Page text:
He said, "I was only given it because of the knowledge I have." Did he not know that Allah had destroyed before him of generations those who were greater than him in power and greater in accumulation of wealth?
(Surah Al-Qasa, 28:78)
Secondly, tawakkul does not mean to merely rely on God’s iradah (will) only. It could also mean to respect and adhere to the causal law that God Himself created in the universe because God’s will does not happen in a magical manner. Although the supernatural and miracles are not impossible to God, His will is first manifested through the causal law and His servants’ effort. For example, a hungry person is required to feed food in front of him to his mouth to overcome hunger, not by mere staring or praying to God. This is the sunnah of creation (Sunnatul kawn).
Putting effort is necessary to achieving a life's objective because tawakkul in Islam constitutes reliance on the law of causality created by Allah.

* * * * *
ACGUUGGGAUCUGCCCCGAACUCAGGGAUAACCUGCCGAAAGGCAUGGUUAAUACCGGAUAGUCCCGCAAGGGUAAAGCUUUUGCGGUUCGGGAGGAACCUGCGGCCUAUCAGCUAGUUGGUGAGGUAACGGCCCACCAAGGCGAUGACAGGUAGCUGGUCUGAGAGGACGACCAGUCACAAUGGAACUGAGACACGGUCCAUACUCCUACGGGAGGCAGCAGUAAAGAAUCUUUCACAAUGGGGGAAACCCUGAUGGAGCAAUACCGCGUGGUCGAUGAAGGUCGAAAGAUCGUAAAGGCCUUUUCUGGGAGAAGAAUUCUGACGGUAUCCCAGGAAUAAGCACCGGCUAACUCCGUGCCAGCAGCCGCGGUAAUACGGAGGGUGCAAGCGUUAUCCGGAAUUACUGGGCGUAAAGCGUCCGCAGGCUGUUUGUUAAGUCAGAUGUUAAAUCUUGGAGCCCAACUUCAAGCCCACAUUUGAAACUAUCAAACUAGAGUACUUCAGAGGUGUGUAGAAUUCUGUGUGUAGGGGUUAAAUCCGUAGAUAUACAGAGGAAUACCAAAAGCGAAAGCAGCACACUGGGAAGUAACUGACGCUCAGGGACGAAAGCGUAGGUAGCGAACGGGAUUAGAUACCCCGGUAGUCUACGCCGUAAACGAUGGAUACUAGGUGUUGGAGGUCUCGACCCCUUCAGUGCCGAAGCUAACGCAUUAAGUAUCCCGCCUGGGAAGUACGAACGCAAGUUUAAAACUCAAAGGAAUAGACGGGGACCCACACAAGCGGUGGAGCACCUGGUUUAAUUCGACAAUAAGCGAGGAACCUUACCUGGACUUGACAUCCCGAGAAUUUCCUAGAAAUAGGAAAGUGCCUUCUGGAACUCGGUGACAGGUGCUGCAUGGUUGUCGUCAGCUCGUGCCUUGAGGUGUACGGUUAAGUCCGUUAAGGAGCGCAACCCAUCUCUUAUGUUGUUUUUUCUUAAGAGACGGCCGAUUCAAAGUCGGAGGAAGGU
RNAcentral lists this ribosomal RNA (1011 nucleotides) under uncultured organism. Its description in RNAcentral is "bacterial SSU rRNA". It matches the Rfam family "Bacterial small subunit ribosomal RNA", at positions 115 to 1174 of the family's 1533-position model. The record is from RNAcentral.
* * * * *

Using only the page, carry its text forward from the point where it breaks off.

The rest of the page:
The former is not in contradiction with the latter. Instead, it is a prerequisite for the latter.
Three stories of the righteous servants of Allah in the Qur’an could be cited as dalils (pieces of evidence) here.
First is the verse that counsels the Prophet on how to deal with his companions after the defeat in Uhud,
وَشاوِرهُم فِي الأَمرِ ۖ فَإِذا عَزَمتَ فَتَوَكَّل عَلَى اللَّهِ ۚ إِنَّ اللَّهَ يُحِبُّ المُتَوَكِّلينَ
“And take counsel with them in all matters of public concern; then, when thou hast decided upon a course of action, place thy trust in God: for, verily, God loves those who place their trust in Him”
(Surah Ali-’Imran, 3:159)
The verse advised the Prophet not to let the defeat cause him to abandon consultation that he practised with the companions in preparation for battle at Uhud – whether to confront the enemy outside or to defend from within Madinah and other strategies. It reminded the Prophet that the bad experience should not make him incline towards making decisions based on his own ideas only.